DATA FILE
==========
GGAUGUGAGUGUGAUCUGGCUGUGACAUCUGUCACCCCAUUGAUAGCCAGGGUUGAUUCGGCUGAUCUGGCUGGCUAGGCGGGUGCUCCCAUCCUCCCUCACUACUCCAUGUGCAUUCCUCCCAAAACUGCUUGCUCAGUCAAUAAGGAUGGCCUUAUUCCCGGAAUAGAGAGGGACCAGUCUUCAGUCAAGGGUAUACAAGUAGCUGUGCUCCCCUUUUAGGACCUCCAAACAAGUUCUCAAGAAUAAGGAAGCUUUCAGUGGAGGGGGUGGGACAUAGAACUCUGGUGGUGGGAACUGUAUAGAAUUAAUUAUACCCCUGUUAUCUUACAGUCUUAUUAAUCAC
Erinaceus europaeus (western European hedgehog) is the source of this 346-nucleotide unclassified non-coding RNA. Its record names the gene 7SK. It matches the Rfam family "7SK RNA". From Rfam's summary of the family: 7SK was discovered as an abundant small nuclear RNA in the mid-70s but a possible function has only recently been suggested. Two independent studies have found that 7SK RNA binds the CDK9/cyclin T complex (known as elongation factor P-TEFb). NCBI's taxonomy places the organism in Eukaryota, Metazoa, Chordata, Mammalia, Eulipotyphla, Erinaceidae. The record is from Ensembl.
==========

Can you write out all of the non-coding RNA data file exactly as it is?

GGAUGUGAGUGUGAUCUGGCUGUGACAUCUGUCACCCCAUUGAUAGCCAGGGUUGAUUCGGCUGAUCUGGCUGGCUAGGCGGGUGCUCCCAUCCUCCCUCACUACUCCAUGUGCAUUCCUCCCAAAACUGCUUGCUCAGUCAAUAAGGAUGGCCUUAUUCCCGGAAUAGAGAGGGACCAGUCUUCAGUCAAGGGUAUACAAGUAGCUGUGCUCCCCUUUUAGGACCUCCAAACAAGUUCUCAAGAAUAAGGAAGCUUUCAGUGGAGGGGGUGGGACAUAGAACUCUGGUGGUGGGAACUGUAUAGAAUUAAUUAUACCCCUGUUAUCUUACAGUCUUAUUAAUCAC
Erinaceus europaeus (western European hedgehog) is the source of this 346-nucleotide unclassified non-coding RNA. Its record names the gene 7SK. It matches the Rfam family "7SK RNA". From Rfam's summary of the family: 7SK was discovered as an abundant small nuclear RNA in the mid-70s but a possible function has only recently been suggested. Two independent studies have found that 7SK RNA binds the CDK9/cyclin T complex (known as elongation factor P-TEFb). NCBI's taxonomy places the organism in Eukaryota, Metazoa, Chordata, Mammalia, Eulipotyphla, Erinaceidae. The record is from Ensembl.